BACKGROUND: This is an updated Cochrane review of the previous published version. Mitoxantrone (MX) has been shown to be moderately effective in reducing the clinical outcome measures of disease activity in MSers.
OBJECTIVES: The main objective was to assess the efficacy and safety of MX compared to a control group in relapsing-remitting (RRMS), progressive relapsing (PRMS) and secondary progressive (SPMS) MS participants.
SEARCH METHODS: We searched the Cochrane Multiple Sclerosis and Rare Diseases of the Central Nervous System Group Specialised Register (June 2012) and reference lists of articles. We also undertook handsearching and contacted trialists and pharmaceutical companies.
DATA COLLECTION AND ANALYSIS: The review authors independently selected articles for inclusion. They independently extracted clinical, safety and magnetic resonance imaging (MRI) data, resolving disagreements by discussion. Risk of bias was evaluated to assess the quality of the studies. Treatment effect was measured using odds ratios (OR) with 95% confidence intervals (CI) for the binary outcomes and mean differences (MD) with 95% CI for the continuous outcomes. If heterogeneity was absent, a fixed-effect model was used.
MAIN RESULTS: Three trials were selected and 221 participants were included in the analyses. MX reduced the progression of disability at two years follow-up (proportion of participants with six months confirmed progression of disability (OR 0.30, 95% CI 0.09 to 0.99 and MD -0.36, 95% CI- 0.70 to -0.02; P = 0.04)). Significant results were found regarding the reduction in annualised relapse rate (MD -0.85, 95% CI -1.47 to -0.23; P = 0.007), the proportion of patients free from relapses at one year (OR 7.13, 95% CI 2.06 to 24.61; P = 0.002) and two years (OR 2.82, 95% CI 1.54 to 5.19; P = 0.0008), and the number of MSers with active MRI lesions at six months or one year only (OR 0.24, 95% CI 0.10 to 0.57; P = 0.001). Side effects reported in the trials (amenorrhoea, nausea and vomiting, alopecia and urinary tract infections) were more frequent in treated patients than in controls, while no major adverse events have been reported. These results should be considered with caution because of the heterogeneous characteristics of included trials in term of drug dosage, inclusion criteria and quality of included trials. Moreover, it was not possible to estimate the long-term efficacy and safety of MX.
Oncologists call mitoxantrone the ‘Blue Devil’.
AUTHORS’ CONCLUSIONS: MX shows a significant but partial efficacy in reducing the risk of MS progression and the frequency of relapses in MSers affected by worsening RRMS, PRMS and SPMS in the short-term follow-up (two years). No major neoplastic events or symptomatic cardiotoxicity related to MX have been reported; however studies with longer follow-up (not included in this review) have raised concerns about the risk of systolic cardiac dysfunction (~12%) and therapy-related acute leukaemias (~0.8%), which are increasingly reported in the literature. MX should be limited to treating MSers with worsening RRMS and SPMS and with evidence of persistent inflammatory activity after a careful assessment of the individual MSers’ risk and benefit profiles. Assessment should also consider the present availability of alternative therapies with less severe adverse events.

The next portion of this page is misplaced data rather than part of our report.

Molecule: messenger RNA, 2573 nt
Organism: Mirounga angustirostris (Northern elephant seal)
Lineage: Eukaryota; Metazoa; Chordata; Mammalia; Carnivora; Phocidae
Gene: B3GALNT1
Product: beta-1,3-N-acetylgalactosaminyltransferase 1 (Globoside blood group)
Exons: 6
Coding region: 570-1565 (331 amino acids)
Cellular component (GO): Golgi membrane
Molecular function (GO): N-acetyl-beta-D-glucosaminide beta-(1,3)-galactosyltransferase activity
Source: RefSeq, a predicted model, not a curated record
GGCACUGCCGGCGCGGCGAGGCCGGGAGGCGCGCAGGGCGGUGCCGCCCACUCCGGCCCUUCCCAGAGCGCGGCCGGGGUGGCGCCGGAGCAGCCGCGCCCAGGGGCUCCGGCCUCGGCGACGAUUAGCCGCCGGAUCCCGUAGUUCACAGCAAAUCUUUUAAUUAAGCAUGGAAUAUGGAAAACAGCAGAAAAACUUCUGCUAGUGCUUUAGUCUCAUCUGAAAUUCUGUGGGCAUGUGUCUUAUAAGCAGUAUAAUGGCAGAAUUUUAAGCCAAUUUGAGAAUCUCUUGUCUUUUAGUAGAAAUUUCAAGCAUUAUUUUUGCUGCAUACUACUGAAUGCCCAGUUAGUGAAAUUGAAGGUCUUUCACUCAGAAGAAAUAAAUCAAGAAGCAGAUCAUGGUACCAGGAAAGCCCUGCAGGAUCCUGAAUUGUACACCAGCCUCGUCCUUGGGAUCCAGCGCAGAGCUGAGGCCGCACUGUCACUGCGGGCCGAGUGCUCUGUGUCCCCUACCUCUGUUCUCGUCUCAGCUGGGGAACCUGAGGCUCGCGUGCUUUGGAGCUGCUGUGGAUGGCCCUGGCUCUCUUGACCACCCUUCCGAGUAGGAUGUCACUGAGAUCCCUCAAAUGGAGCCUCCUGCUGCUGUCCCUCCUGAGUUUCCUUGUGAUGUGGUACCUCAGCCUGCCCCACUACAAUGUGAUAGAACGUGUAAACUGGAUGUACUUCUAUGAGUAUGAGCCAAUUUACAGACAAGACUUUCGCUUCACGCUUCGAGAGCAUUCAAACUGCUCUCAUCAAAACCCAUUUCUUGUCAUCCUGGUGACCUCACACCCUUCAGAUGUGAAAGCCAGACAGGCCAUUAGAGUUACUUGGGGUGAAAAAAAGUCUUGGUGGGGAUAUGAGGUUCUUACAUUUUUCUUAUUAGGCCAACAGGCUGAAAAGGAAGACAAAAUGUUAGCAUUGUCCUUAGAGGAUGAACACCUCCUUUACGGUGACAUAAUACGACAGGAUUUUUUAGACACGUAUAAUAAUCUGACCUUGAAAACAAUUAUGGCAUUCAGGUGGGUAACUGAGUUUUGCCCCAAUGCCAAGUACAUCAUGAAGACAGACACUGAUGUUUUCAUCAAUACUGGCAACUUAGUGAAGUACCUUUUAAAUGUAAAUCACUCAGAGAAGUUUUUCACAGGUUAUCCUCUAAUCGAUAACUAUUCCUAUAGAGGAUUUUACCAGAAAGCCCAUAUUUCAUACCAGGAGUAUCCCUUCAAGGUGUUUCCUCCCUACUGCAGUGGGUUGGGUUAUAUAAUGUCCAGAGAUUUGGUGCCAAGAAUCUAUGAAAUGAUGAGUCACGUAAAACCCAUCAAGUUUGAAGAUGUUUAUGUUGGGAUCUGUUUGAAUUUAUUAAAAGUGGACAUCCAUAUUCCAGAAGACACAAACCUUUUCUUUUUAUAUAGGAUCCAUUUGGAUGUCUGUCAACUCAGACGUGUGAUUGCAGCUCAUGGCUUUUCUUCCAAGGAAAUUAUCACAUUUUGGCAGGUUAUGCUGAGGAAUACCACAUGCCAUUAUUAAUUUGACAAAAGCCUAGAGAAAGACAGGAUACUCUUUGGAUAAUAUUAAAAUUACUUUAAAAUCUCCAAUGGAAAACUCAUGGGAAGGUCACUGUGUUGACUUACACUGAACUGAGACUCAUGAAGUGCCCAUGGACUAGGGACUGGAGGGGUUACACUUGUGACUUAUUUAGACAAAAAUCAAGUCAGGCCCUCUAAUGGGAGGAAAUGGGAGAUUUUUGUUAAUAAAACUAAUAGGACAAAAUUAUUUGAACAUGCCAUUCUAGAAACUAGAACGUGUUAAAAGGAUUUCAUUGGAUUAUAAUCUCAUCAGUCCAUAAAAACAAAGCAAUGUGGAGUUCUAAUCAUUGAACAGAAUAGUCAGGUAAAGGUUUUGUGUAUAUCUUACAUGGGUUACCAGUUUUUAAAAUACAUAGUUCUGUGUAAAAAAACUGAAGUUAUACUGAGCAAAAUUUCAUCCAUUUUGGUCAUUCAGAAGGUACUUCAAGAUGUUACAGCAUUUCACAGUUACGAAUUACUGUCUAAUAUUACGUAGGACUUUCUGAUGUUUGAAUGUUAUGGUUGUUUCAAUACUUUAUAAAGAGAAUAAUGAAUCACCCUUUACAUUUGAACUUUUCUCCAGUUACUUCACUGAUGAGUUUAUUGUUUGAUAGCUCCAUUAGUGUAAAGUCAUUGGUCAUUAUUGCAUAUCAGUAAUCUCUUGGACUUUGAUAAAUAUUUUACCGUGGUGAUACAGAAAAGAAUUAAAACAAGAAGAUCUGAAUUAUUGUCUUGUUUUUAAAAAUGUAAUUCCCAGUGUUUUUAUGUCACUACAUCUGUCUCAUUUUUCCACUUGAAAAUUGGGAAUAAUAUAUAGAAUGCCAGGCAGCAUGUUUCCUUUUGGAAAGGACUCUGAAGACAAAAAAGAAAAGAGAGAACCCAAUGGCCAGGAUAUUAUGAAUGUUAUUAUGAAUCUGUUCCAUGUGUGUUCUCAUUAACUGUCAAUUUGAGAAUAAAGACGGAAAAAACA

“Someone recently asked about the effectiveness of mitoxantrone. This review is therefore very timely. These are impressive results and places mitoxantrone high the list on relative efficacy. It is one of the highly effective DMTs.”
“Mitoxantrone is another agent that brutally exposes the therapeutic window of opportunity. If you use it early it stops and often reverses disability, but if you use it late MSers continue to progress, but at a slower rate. The slower rate of progression is a win for us, but if you have MS it is an unimpressive outcome. We have previously addressed this issue in a survey on our blog; MSers with progressive disease want to stabilise their disease or improve.”
“Mitoxantrone is not without side effects. It is all about risk and benefits. The cardiotoxicity is dose limiting therefore you can only receive the drug for a maximum of 2 years. What happens after the 2 years? In some centres it is used as an induction agent and the mitoxantrone is followed up with either interferon-beta or glatiramer acetate. The main risks relate to its effect in woman on fertility; this is age related and the risk of delayed treatment-related leukaemia. The latter is a very characteristic leukemia and has a genetic finger print that is characteristic of mitoxantrone. The type of leukemia is called promyelocytic leukemia and is associated with a 50% mortality. In other words 50% of individuals who get this leukemia die from it. I most point out that this complication is dose related so the more mitoxantrone you receive the greater your chances. It is interesting that mitoxantrone has a license for the treatment of MS in many countries despite these risks. So why then did the regulators say no to oral cladribine? Some food for thought.”